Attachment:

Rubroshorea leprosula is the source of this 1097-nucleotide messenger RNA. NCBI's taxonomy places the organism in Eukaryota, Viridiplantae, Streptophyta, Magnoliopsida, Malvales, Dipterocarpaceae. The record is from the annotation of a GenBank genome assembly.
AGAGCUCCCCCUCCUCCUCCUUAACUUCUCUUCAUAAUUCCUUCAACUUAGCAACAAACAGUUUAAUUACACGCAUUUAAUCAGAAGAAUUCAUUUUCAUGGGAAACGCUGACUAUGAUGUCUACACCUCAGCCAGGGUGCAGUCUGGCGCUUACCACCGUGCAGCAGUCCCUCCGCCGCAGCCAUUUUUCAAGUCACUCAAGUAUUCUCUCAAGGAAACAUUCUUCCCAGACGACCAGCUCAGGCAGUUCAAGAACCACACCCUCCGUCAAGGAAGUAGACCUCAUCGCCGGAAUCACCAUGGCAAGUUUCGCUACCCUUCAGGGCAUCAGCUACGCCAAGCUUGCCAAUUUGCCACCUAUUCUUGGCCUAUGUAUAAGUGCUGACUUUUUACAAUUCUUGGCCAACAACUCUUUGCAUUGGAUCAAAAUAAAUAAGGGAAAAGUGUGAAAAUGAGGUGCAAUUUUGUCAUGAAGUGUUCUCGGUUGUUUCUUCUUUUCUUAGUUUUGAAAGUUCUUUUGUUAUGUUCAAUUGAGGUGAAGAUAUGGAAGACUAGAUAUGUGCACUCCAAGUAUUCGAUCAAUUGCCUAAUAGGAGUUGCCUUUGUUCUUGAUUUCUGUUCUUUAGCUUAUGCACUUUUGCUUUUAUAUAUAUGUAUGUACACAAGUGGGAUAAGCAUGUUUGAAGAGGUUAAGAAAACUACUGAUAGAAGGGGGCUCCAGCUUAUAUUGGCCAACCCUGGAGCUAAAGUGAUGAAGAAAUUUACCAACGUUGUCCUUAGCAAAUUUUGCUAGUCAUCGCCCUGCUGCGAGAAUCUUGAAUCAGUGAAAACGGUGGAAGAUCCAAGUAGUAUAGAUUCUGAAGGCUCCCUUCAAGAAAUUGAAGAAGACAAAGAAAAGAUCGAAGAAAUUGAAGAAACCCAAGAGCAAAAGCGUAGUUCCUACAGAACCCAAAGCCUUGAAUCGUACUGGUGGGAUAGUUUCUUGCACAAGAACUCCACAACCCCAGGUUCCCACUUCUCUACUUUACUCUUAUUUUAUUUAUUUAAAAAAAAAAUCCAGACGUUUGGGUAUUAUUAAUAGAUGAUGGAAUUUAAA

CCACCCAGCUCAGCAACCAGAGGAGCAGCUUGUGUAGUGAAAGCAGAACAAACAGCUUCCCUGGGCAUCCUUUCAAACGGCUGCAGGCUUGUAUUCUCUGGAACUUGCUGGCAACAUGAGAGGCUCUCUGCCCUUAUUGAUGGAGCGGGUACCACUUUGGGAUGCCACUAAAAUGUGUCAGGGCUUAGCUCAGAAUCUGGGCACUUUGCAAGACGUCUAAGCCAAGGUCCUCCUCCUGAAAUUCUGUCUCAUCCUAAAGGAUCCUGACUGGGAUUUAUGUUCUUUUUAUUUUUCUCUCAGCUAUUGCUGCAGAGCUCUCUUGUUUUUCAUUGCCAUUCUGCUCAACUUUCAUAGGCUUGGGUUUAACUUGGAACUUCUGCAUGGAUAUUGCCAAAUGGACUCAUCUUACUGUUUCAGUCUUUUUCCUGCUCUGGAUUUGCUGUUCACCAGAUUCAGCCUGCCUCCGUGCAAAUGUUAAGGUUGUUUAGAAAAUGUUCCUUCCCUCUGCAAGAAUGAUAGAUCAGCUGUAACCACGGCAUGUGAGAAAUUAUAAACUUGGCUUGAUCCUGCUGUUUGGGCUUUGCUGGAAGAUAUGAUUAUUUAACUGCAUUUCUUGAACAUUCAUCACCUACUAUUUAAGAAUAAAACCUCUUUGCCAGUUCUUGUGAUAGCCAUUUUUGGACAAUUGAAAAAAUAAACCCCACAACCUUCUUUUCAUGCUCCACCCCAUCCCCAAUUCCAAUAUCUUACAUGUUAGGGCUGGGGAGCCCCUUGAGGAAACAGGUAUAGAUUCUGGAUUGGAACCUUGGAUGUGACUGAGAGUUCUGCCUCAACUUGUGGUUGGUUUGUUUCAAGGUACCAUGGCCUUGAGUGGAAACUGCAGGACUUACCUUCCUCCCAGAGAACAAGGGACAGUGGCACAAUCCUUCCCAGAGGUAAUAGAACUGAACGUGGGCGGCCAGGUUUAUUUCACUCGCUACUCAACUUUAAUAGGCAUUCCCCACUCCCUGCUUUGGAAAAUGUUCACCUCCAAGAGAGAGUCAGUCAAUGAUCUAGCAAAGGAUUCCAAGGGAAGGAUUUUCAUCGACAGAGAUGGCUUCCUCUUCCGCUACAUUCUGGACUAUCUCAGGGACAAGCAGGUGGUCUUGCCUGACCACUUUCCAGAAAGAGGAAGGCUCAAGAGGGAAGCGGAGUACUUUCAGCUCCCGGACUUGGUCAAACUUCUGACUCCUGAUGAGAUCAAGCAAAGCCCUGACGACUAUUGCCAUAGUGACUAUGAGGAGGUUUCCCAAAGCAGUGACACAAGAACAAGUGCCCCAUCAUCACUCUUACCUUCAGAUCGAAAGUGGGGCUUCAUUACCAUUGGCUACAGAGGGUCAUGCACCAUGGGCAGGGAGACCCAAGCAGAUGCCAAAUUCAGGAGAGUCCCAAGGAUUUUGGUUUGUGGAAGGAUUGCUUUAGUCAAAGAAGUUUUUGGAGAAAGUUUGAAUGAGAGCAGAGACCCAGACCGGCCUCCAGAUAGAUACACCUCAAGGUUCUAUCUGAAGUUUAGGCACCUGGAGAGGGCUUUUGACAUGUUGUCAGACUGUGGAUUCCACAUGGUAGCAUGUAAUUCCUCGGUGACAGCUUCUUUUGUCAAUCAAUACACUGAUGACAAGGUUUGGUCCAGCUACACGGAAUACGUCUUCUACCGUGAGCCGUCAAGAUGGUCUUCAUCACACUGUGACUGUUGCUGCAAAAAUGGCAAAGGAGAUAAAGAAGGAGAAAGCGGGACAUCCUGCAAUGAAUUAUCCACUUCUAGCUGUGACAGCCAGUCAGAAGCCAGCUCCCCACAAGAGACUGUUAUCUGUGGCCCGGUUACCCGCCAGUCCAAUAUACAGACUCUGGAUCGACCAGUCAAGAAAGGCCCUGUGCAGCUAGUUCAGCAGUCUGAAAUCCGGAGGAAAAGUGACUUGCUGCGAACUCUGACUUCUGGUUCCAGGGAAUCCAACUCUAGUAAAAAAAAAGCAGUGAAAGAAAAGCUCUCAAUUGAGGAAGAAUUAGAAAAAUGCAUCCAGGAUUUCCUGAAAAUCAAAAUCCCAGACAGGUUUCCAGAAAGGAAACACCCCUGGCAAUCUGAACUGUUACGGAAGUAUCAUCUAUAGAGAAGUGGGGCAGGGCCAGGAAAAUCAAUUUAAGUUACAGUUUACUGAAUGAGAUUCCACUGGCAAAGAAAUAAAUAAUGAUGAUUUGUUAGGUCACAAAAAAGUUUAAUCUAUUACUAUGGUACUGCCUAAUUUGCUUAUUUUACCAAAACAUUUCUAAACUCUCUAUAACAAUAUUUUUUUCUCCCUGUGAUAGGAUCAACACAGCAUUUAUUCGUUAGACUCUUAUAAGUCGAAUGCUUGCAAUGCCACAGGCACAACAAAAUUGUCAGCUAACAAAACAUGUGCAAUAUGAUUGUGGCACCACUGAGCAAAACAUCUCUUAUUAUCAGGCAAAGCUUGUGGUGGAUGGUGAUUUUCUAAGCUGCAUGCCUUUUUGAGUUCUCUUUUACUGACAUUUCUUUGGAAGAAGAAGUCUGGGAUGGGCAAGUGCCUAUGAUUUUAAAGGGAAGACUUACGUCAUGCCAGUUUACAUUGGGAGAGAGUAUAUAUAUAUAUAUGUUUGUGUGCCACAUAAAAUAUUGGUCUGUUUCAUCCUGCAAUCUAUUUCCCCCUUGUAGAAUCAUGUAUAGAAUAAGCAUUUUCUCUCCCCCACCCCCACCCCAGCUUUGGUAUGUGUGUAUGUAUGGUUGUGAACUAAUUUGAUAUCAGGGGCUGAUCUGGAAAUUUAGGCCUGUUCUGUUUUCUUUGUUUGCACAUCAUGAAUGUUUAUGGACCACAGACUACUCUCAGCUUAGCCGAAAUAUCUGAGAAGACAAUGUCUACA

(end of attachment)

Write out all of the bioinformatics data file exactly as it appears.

Rubroshorea leprosula is the source of this 1097-nucleotide messenger RNA. NCBI's taxonomy places the organism in Eukaryota, Viridiplantae, Streptophyta, Magnoliopsida, Malvales, Dipterocarpaceae. The record is from the annotation of a GenBank genome assembly.
AGAGCUCCCCCUCCUCCUCCUUAACUUCUCUUCAUAAUUCCUUCAACUUAGCAACAAACAGUUUAAUUACACGCAUUUAAUCAGAAGAAUUCAUUUUCAUGGGAAACGCUGACUAUGAUGUCUACACCUCAGCCAGGGUGCAGUCUGGCGCUUACCACCGUGCAGCAGUCCCUCCGCCGCAGCCAUUUUUCAAGUCACUCAAGUAUUCUCUCAAGGAAACAUUCUUCCCAGACGACCAGCUCAGGCAGUUCAAGAACCACACCCUCCGUCAAGGAAGUAGACCUCAUCGCCGGAAUCACCAUGGCAAGUUUCGCUACCCUUCAGGGCAUCAGCUACGCCAAGCUUGCCAAUUUGCCACCUAUUCUUGGCCUAUGUAUAAGUGCUGACUUUUUACAAUUCUUGGCCAACAACUCUUUGCAUUGGAUCAAAAUAAAUAAGGGAAAAGUGUGAAAAUGAGGUGCAAUUUUGUCAUGAAGUGUUCUCGGUUGUUUCUUCUUUUCUUAGUUUUGAAAGUUCUUUUGUUAUGUUCAAUUGAGGUGAAGAUAUGGAAGACUAGAUAUGUGCACUCCAAGUAUUCGAUCAAUUGCCUAAUAGGAGUUGCCUUUGUUCUUGAUUUCUGUUCUUUAGCUUAUGCACUUUUGCUUUUAUAUAUAUGUAUGUACACAAGUGGGAUAAGCAUGUUUGAAGAGGUUAAGAAAACUACUGAUAGAAGGGGGCUCCAGCUUAUAUUGGCCAACCCUGGAGCUAAAGUGAUGAAGAAAUUUACCAACGUUGUCCUUAGCAAAUUUUGCUAGUCAUCGCCCUGCUGCGAGAAUCUUGAAUCAGUGAAAACGGUGGAAGAUCCAAGUAGUAUAGAUUCUGAAGGCUCCCUUCAAGAAAUUGAAGAAGACAAAGAAAAGAUCGAAGAAAUUGAAGAAACCCAAGAGCAAAAGCGUAGUUCCUACAGAACCCAAAGCCUUGAAUCGUACUGGUGGGAUAGUUUCUUGCACAAGAACUCCACAACCCCAGGUUCCCACUUCUCUACUUUACUCUUAUUUUAUUUAUUUAAAAAAAAAAUCCAGACGUUUGGGUAUUAUUAAUAGAUGAUGGAAUUUAAA

CCACCCAGCUCAGCAACCAGAGGAGCAGCUUGUGUAGUGAAAGCAGAACAAACAGCUUCCCUGGGCAUCCUUUCAAACGGCUGCAGGCUUGUAUUCUCUGGAACUUGCUGGCAACAUGAGAGGCUCUCUGCCCUUAUUGAUGGAGCGGGUACCACUUUGGGAUGCCACUAAAAUGUGUCAGGGCUUAGCUCAGAAUCUGGGCACUUUGCAAGACGUCUAAGCCAAGGUCCUCCUCCUGAAAUUCUGUCUCAUCCUAAAGGAUCCUGACUGGGAUUUAUGUUCUUUUUAUUUUUCUCUCAGCUAUUGCUGCAGAGCUCUCUUGUUUUUCAUUGCCAUUCUGCUCAACUUUCAUAGGCUUGGGUUUAACUUGGAACUUCUGCAUGGAUAUUGCCAAAUGGACUCAUCUUACUGUUUCAGUCUUUUUCCUGCUCUGGAUUUGCUGUUCACCAGAUUCAGCCUGCCUCCGUGCAAAUGUUAAGGUUGUUUAGAAAAUGUUCCUUCCCUCUGCAAGAAUGAUAGAUCAGCUGUAACCACGGCAUGUGAGAAAUUAUAAACUUGGCUUGAUCCUGCUGUUUGGGCUUUGCUGGAAGAUAUGAUUAUUUAACUGCAUUUCUUGAACAUUCAUCACCUACUAUUUAAGAAUAAAACCUCUUUGCCAGUUCUUGUGAUAGCCAUUUUUGGACAAUUGAAAAAAUAAACCCCACAACCUUCUUUUCAUGCUCCACCCCAUCCCCAAUUCCAAUAUCUUACAUGUUAGGGCUGGGGAGCCCCUUGAGGAAACAGGUAUAGAUUCUGGAUUGGAACCUUGGAUGUGACUGAGAGUUCUGCCUCAACUUGUGGUUGGUUUGUUUCAAGGUACCAUGGCCUUGAGUGGAAACUGCAGGACUUACCUUCCUCCCAGAGAACAAGGGACAGUGGCACAAUCCUUCCCAGAGGUAAUAGAACUGAACGUGGGCGGCCAGGUUUAUUUCACUCGCUACUCAACUUUAAUAGGCAUUCCCCACUCCCUGCUUUGGAAAAUGUUCACCUCCAAGAGAGAGUCAGUCAAUGAUCUAGCAAAGGAUUCCAAGGGAAGGAUUUUCAUCGACAGAGAUGGCUUCCUCUUCCGCUACAUUCUGGACUAUCUCAGGGACAAGCAGGUGGUCUUGCCUGACCACUUUCCAGAAAGAGGAAGGCUCAAGAGGGAAGCGGAGUACUUUCAGCUCCCGGACUUGGUCAAACUUCUGACUCCUGAUGAGAUCAAGCAAAGCCCUGACGACUAUUGCCAUAGUGACUAUGAGGAGGUUUCCCAAAGCAGUGACACAAGAACAAGUGCCCCAUCAUCACUCUUACCUUCAGAUCGAAAGUGGGGCUUCAUUACCAUUGGCUACAGAGGGUCAUGCACCAUGGGCAGGGAGACCCAAGCAGAUGCCAAAUUCAGGAGAGUCCCAAGGAUUUUGGUUUGUGGAAGGAUUGCUUUAGUCAAAGAAGUUUUUGGAGAAAGUUUGAAUGAGAGCAGAGACCCAGACCGGCCUCCAGAUAGAUACACCUCAAGGUUCUAUCUGAAGUUUAGGCACCUGGAGAGGGCUUUUGACAUGUUGUCAGACUGUGGAUUCCACAUGGUAGCAUGUAAUUCCUCGGUGACAGCUUCUUUUGUCAAUCAAUACACUGAUGACAAGGUUUGGUCCAGCUACACGGAAUACGUCUUCUACCGUGAGCCGUCAAGAUGGUCUUCAUCACACUGUGACUGUUGCUGCAAAAAUGGCAAAGGAGAUAAAGAAGGAGAAAGCGGGACAUCCUGCAAUGAAUUAUCCACUUCUAGCUGUGACAGCCAGUCAGAAGCCAGCUCCCCACAAGAGACUGUUAUCUGUGGCCCGGUUACCCGCCAGUCCAAUAUACAGACUCUGGAUCGACCAGUCAAGAAAGGCCCUGUGCAGCUAGUUCAGCAGUCUGAAAUCCGGAGGAAAAGUGACUUGCUGCGAACUCUGACUUCUGGUUCCAGGGAAUCCAACUCUAGUAAAAAAAAAGCAGUGAAAGAAAAGCUCUCAAUUGAGGAAGAAUUAGAAAAAUGCAUCCAGGAUUUCCUGAAAAUCAAAAUCCCAGACAGGUUUCCAGAAAGGAAACACCCCUGGCAAUCUGAACUGUUACGGAAGUAUCAUCUAUAGAGAAGUGGGGCAGGGCCAGGAAAAUCAAUUUAAGUUACAGUUUACUGAAUGAGAUUCCACUGGCAAAGAAAUAAAUAAUGAUGAUUUGUUAGGUCACAAAAAAGUUUAAUCUAUUACUAUGGUACUGCCUAAUUUGCUUAUUUUACCAAAACAUUUCUAAACUCUCUAUAACAAUAUUUUUUUCUCCCUGUGAUAGGAUCAACACAGCAUUUAUUCGUUAGACUCUUAUAAGUCGAAUGCUUGCAAUGCCACAGGCACAACAAAAUUGUCAGCUAACAAAACAUGUGCAAUAUGAUUGUGGCACCACUGAGCAAAACAUCUCUUAUUAUCAGGCAAAGCUUGUGGUGGAUGGUGAUUUUCUAAGCUGCAUGCCUUUUUGAGUUCUCUUUUACUGACAUUUCUUUGGAAGAAGAAGUCUGGGAUGGGCAAGUGCCUAUGAUUUUAAAGGGAAGACUUACGUCAUGCCAGUUUACAUUGGGAGAGAGUAUAUAUAUAUAUAUGUUUGUGUGCCACAUAAAAUAUUGGUCUGUUUCAUCCUGCAAUCUAUUUCCCCCUUGUAGAAUCAUGUAUAGAAUAAGCAUUUUCUCUCCCCCACCCCCACCCCAGCUUUGGUAUGUGUGUAUGUAUGGUUGUGAACUAAUUUGAUAUCAGGGGCUGAUCUGGAAAUUUAGGCCUGUUCUGUUUUCUUUGUUUGCACAUCAUGAAUGUUUAUGGACCACAGACUACUCUCAGCUUAGCCGAAAUAUCUGAGAAGACAAUGUCUACA